In my sophomore year in college, I lost three family member right in a row. I wrote about it in greater detail in Namaslay®, but essentially it triggered terrible anxiety and deep depression. Eventually, I was diagnosed with PTSD from the trauma of it all. I had debilitating panic attacks, and then I would get anxiety about the potential anxiety attacks - it was a vicious, ugly cycle. I tried yoga, I tried meditation, I tried everything, but I just wanted to jump out of my own skin at all times. With the help of multiple health professionals, I was finally able to pull myself out of the depths of it all. While most people might feel sorry for me for having to go through that experience, I’m actually grateful for it. Before that, I didn’t understand just how deep depression could go. I didn’t understand what it felt like to be fearful of everything. I didn’t understand being unable to be in the moment. Once I started talking about it with close friends and family, the more I realized that many of the people around me struggled with anxiety, depression, PTSD or all three in one way or another. It made me realize how prevalent it is in our society, and how little it’s talked about.
In designing our curriculum for Namaslay® Yoga Teacher Training program, I wanted to be sure we included a bit about this to help make yoga for inclusive. We invited Jen Mehall to teach our Yoga for Post Traumatic Stress Disorder (PTSD) course which is both really interesting and eye-opening. Jen is certified in teaching yoga for PTSD students and points out that while we mostly think of military veterans when thinking of PTSD, it can actually affect a wide variety of people - those that have suffered child abuse, sexual violence, or anyone who has experienced trauma. Jen also points out that while there are classes for PTSD-only students, you may have students in your regular yoga classes that are actually experiencing PTSD so it’s important to be aware of a few teaching tips to help make them feel welcome, comfortable, and at ease in their practice.
Of course there are certifications you can get if you're interested in teaching PTSD, but it's also really nice to have a general understanding of how to teach someone affected with PTSD. Here are five things I learned from Jen in regards to teaching yoga for PTSD:
1. Be Predictable - You generally don't know what has caused your client(s) to have PTSD, so being as predictable as possible generally gives people ease. For example, keep your mat in the same place for every class or use the same playlist for every class.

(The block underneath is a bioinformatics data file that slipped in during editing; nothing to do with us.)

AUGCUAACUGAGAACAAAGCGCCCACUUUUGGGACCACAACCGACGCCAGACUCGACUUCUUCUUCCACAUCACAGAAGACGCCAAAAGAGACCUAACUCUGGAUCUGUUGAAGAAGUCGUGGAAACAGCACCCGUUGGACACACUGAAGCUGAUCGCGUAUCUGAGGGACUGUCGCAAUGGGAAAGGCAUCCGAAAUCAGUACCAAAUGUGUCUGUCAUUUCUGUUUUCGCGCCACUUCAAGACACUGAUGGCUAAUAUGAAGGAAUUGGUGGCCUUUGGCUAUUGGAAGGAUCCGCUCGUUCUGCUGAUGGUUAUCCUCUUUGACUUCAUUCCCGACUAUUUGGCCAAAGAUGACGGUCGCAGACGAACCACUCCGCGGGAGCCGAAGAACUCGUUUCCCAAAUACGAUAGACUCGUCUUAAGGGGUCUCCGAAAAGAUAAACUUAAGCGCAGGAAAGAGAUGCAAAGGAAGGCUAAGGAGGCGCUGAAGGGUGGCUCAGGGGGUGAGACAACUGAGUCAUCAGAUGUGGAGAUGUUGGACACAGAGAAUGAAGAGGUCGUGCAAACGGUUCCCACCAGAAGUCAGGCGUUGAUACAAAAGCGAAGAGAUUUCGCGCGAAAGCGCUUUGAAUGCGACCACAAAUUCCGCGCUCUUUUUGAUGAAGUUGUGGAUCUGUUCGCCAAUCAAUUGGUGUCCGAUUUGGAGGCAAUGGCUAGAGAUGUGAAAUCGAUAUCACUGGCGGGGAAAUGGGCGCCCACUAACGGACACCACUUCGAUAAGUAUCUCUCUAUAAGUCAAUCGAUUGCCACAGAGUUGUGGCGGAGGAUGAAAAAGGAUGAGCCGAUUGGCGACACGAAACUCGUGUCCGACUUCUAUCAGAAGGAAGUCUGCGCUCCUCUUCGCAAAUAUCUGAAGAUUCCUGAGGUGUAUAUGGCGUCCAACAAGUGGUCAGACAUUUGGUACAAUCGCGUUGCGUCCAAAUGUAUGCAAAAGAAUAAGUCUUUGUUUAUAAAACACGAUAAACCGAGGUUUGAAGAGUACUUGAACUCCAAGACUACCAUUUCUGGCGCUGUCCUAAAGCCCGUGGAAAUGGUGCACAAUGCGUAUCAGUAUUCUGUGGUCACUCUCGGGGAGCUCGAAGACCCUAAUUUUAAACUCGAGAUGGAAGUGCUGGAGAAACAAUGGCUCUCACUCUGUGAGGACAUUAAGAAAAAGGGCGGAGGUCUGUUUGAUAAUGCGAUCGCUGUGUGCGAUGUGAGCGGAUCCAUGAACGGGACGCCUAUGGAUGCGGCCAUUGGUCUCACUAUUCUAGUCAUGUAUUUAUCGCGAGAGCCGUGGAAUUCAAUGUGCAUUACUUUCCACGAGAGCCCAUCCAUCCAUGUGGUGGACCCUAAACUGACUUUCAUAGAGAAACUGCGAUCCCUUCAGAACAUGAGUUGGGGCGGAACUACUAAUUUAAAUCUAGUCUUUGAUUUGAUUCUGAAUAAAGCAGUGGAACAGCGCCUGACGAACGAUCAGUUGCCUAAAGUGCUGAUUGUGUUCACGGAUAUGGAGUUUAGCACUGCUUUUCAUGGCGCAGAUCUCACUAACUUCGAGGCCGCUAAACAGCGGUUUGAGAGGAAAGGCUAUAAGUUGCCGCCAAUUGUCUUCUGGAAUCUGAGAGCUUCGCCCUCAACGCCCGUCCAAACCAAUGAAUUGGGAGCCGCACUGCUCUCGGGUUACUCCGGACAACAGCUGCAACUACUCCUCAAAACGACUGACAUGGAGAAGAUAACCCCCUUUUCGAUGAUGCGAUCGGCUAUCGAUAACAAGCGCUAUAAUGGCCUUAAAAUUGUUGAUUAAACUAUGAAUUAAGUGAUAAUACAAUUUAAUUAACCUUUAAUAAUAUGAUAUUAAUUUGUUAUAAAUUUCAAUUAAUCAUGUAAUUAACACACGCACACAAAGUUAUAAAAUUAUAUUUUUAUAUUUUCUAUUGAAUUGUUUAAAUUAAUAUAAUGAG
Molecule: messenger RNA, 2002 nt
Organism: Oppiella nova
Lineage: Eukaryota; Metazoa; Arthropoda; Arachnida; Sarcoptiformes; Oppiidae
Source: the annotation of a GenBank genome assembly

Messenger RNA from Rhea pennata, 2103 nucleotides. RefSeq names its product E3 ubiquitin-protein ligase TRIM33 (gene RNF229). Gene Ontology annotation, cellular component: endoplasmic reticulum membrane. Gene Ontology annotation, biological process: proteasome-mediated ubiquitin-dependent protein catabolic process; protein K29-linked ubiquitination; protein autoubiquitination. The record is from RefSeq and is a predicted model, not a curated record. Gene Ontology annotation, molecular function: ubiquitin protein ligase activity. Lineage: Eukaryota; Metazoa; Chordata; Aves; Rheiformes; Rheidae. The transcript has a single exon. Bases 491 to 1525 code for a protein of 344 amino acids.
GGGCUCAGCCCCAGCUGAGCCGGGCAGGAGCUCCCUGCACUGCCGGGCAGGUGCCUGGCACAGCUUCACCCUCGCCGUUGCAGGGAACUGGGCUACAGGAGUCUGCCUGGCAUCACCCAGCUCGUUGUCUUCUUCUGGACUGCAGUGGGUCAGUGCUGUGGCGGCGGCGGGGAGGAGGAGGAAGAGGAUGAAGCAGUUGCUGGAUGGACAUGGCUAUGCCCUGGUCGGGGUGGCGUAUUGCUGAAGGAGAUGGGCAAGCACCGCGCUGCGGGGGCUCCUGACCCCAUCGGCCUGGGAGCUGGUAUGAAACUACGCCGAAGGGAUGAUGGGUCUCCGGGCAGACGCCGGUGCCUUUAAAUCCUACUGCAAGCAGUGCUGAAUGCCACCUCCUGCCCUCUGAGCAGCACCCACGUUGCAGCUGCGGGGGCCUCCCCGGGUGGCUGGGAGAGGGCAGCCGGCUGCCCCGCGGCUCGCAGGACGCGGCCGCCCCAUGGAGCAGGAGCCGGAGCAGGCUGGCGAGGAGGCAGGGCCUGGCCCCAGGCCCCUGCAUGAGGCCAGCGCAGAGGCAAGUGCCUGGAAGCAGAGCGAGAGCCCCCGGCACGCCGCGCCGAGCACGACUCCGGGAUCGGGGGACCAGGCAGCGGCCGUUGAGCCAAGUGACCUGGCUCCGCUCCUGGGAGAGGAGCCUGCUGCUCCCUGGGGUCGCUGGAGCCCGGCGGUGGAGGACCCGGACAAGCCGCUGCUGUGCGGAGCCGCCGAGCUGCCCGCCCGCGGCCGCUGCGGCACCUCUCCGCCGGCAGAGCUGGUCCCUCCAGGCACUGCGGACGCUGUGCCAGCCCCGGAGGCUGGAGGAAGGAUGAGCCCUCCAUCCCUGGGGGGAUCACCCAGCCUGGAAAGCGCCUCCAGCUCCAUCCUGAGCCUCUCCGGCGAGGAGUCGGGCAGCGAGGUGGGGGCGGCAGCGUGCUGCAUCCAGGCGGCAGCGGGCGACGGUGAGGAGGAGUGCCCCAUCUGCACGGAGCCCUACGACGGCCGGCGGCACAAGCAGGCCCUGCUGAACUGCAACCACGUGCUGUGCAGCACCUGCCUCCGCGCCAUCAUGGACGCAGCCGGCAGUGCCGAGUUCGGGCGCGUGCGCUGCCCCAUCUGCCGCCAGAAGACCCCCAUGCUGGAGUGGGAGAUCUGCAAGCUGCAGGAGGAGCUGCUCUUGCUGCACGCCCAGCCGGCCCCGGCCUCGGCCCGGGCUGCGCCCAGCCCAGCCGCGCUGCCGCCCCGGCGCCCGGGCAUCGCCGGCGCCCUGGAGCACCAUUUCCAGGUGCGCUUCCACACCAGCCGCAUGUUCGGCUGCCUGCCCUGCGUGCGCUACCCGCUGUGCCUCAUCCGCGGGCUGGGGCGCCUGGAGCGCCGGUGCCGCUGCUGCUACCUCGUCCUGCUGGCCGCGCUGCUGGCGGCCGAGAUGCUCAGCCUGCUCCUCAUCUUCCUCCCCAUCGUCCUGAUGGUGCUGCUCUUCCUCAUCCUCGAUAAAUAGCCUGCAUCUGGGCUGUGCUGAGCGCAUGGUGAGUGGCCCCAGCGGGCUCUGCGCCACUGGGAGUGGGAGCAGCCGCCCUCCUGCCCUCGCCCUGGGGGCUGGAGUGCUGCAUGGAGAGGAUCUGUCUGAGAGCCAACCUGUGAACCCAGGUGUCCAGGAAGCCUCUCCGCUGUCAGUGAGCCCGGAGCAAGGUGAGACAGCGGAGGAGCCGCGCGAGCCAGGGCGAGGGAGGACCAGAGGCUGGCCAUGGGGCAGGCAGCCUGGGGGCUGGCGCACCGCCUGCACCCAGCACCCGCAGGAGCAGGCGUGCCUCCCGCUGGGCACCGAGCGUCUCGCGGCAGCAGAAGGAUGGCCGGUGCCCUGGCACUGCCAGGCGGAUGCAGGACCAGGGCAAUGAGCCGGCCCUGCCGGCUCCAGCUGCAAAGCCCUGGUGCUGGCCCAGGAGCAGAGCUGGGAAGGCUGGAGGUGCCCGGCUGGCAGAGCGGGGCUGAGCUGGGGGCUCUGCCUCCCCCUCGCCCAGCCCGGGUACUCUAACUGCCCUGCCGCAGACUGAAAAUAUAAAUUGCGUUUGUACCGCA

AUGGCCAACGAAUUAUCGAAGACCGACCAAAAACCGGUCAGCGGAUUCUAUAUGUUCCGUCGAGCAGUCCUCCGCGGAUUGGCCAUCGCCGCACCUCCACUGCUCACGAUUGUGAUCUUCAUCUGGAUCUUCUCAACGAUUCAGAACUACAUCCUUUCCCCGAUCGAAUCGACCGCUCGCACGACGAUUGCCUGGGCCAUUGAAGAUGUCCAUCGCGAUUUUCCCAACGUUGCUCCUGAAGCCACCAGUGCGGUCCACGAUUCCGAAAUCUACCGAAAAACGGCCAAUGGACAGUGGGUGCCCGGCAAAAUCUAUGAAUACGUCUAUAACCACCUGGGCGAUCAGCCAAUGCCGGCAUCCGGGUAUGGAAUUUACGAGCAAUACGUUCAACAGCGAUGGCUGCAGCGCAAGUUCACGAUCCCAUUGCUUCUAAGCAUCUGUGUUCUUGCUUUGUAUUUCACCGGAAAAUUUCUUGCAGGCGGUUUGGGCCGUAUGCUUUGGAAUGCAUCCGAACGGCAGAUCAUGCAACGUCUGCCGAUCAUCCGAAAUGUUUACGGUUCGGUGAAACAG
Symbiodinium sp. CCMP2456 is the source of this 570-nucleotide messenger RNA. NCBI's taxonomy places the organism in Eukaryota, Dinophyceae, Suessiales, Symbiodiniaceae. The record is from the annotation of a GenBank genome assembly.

2. Use Inviting Language - You’ll generally want to avoid phrases that may come across as commands like: Come to the front of the mat. Instead, say something like, "I invite you to start at the front of your mat." These phrases may not seem like a big deal, but they really make a difference to someone who is suffering from PTSD.
3. Stay on Your Mat - This pretty much goes against everything we say in a teacher training, where we want people to walk around the room, but for clients with PTSD, things are different. To avoid causing stress or triggering fear, consider either sticking to your mat, or staying in open parts of the room rather than walking directly up to your student with PTSD.
4. Savasana May Be Out - If you are teaching a full PTSD-student class, then yes, Savasana is out. (You’ll also want to be sure you’ve received your certification to teach a class geared towards those with PTSD.) Savasana may trigger people with PTSD, so instead of bringing them into Savasana, you can end in a comfortable seated position, likely with the eyes open. If you are instructing a class with both PTSD and non-PTSD students, then just offer options such as seated, standing, lying down, eyes open/closed.
5. Nix the Sanskrit - Sanskrit can be triggering for people with PTSD due to the fact that they may not know what the words mean, and that can cause serious anxiety. Instead of calling out virabhadranasa, just say Warrior 1.
If you have additional experience or expertise in teaching yoga to PTSD students or have experiences you’d like to share, please comment below and let us know!